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News Analysis: Soviet Foreign Minister’s Departure May Mean Setback for Jewish Concerns

December 21, 1990
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Soviet Foreign Minister Eduard Shevardnadze’s surprise resignation is likely to have a negative impact on Jewish concerns, no matter who replaces him, experts say.

“The signs are of deepening political crisis, almost paralysis,” said Martin Wenick, executive director of the National Conference on Soviet Jewry. “My own sense is that it is not good for Soviet Jewry and may not be a positive development in terms of the growth of Soviet-Israeli relations.”

Shevardnadze resigned Thursday in a speech to the Soviet Congress of People’s Deputies that apparently stunned his audience, including Soviet President Mikhail Gorbachev.

In the speech, Shevardnadze warned that the country is headed for dictatorship. He said his policies were being publicly undermined by reactionary forces within the Soviet government.

The resignation represents a fundamental rift between Shevardnadze and his old ally Gorbachev.

“Gorbachev is turning to the hard-liners” because of pressure from conservatives, said John Hannah, deputy director of research at the Washington Institute for Near East Policy.

The Soviet president “is clearly falling under the thrall of various right-wing elements which have (control of) the delivery system for both food and repression,” said Micah Naftalin, national director of the Union of Councils for Soviet Jews.

“Gorbachev is being forced to move to the right in order to stay in power,” explained Wenick of the National Conference. “If Gorbachev fails, it’s likely to be a coalition of conservative forces, including the military, security forces and the old-party apparatus which are involved.”


The end of Shevardnadze’s tenure as the architect of Soviet foreign policy means an end to the extraordinary personal relationship he had with U.S. Secretary of State James Baker, a rapport Baker used to further Jewish interests.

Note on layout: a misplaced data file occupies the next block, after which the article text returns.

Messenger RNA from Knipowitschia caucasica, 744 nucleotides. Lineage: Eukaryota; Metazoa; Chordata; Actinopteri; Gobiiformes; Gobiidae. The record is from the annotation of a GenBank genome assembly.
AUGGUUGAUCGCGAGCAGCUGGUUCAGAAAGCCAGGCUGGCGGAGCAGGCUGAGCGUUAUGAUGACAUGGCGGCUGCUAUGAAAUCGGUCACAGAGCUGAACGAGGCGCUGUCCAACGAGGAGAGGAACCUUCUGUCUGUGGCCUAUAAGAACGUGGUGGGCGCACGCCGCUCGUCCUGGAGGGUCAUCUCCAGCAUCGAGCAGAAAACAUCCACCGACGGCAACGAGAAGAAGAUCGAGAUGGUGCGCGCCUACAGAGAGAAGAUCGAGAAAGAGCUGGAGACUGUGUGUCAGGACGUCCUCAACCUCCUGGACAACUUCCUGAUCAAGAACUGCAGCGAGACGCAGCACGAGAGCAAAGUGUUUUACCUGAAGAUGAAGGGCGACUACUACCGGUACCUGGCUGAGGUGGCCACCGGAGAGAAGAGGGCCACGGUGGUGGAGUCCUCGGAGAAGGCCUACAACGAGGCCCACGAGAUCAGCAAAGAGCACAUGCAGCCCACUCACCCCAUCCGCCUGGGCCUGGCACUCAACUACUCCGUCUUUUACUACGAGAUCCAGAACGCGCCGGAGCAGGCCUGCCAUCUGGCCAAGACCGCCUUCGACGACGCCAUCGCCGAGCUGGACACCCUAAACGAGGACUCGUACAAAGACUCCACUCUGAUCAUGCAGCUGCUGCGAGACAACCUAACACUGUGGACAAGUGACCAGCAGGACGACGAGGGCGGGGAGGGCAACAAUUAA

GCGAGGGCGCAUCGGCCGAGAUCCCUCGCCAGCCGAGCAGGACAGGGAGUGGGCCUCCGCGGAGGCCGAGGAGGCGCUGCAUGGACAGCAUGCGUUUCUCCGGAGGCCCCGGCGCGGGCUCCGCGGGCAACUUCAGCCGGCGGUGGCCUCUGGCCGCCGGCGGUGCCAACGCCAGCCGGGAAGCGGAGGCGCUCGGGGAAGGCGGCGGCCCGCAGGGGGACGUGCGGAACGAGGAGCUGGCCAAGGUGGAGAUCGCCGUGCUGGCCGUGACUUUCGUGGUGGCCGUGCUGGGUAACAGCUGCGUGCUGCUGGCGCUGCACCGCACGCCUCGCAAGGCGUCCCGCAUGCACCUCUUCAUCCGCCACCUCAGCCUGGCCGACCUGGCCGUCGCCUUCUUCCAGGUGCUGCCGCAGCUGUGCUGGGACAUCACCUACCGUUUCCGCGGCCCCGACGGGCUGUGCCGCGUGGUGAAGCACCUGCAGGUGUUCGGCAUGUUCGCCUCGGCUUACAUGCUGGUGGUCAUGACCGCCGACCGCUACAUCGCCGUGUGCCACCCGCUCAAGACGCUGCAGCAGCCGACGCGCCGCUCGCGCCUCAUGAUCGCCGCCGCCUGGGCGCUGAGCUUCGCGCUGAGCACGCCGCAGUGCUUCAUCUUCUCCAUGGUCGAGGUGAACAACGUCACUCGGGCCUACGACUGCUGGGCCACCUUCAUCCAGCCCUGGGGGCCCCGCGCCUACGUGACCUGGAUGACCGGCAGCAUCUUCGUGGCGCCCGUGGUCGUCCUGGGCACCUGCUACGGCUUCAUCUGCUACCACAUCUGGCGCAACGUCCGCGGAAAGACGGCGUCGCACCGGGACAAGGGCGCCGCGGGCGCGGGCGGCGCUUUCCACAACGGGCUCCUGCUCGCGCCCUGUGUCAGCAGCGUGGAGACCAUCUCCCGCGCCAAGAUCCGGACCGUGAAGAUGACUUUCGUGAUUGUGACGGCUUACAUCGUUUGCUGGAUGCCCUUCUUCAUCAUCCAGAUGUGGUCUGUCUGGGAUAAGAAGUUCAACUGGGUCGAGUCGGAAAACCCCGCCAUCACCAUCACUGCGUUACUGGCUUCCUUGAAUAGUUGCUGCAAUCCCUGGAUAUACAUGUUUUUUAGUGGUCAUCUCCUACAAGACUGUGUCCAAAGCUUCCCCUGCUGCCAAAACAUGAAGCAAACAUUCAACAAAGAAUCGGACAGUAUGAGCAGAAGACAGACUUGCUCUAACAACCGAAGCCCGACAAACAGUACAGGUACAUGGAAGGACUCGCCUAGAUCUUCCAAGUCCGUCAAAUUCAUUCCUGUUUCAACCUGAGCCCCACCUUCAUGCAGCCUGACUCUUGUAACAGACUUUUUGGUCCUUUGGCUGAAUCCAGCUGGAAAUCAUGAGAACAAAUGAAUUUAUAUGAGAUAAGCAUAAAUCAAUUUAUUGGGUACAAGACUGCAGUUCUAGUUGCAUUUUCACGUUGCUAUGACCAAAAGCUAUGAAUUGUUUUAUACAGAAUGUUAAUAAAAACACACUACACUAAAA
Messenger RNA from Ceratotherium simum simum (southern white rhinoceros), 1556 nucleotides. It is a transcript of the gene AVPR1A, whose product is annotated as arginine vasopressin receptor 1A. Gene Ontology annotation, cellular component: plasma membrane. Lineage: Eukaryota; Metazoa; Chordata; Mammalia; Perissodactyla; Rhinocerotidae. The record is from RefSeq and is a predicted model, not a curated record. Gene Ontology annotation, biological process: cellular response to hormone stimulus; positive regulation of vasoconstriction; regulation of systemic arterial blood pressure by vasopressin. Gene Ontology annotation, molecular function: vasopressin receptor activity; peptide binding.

It also means the end of a relationship the Soviet foreign minister was beginning to develop with Israel.

Just last week, Shevardnadze met in Washington with Israeli Prime Minister Yitzhak Shamir and indicated the Soviet Union is “moving toward” restoring full diplomatic relations with Israel.

He indicated for the first time there would be no Soviet preconditions for such a rapprochement.

In Jerusalem, Shamir expressed regret Thursday at news of Shevardnadze’s resignation, saying, “Our relations with Shevardnadze, every time we had a chance to meet with him, were excellent.”

“Shevardnadze’s intellectual commitment to rapprochement with Israel and general principles of new thinking in foreign policy were stronger than any other leader in the Soviet Union. They were based on the belief that they would serve long-term national interests,” said Hannah of the Washington Institute.

“I can’t think of any candidate who could improve relations with Israel more than Shevardnadze,” he said.

A prime candidate for the post is Yevgeny Primakov, now a member of Gorbachev’s presidential council and recently Gorbachev’s personal emissary to Iraq.

He is a well-known Arabist and has a long-standing relationships with Palestinian Liberation Organization leader Yasir Arafat, Iraqi President Saddam Hussein and other Arab leaders.

If Primakov takes over the Foreign Ministry, it will not mean an outright reversal of policy, according to Hannah, but the pace of improvement of the relationship with Israel “will probably slow down, and a real chill might be introduced.”


When Shevardnadze assumed the Foreign Ministry post in 1985, just over 1,000 Jews were allowed to emigrate from the Soviet Union. This year, more than 150,000 Soviet Jews have left.

According to Hannah, Shevardnadze’s departure will not “have a large impact on Soviet Jewish emigration, because it is so tied up with the relationship with the U.S. and the overwhelming need for help” from the West. “For the moment, that’s probably safe,” he said.

But the greater instability that lies ahead could be dangerous for the Jews who remain inside the Soviet Union.

Naftalin said that conservatives are likely to blame Jews for the failures of perestroika. “It could lead to repression and scapegoating. It is a very dangerous time,” he said.

(JTA correspondent David Landau in Jerusalem contributed to this report.)

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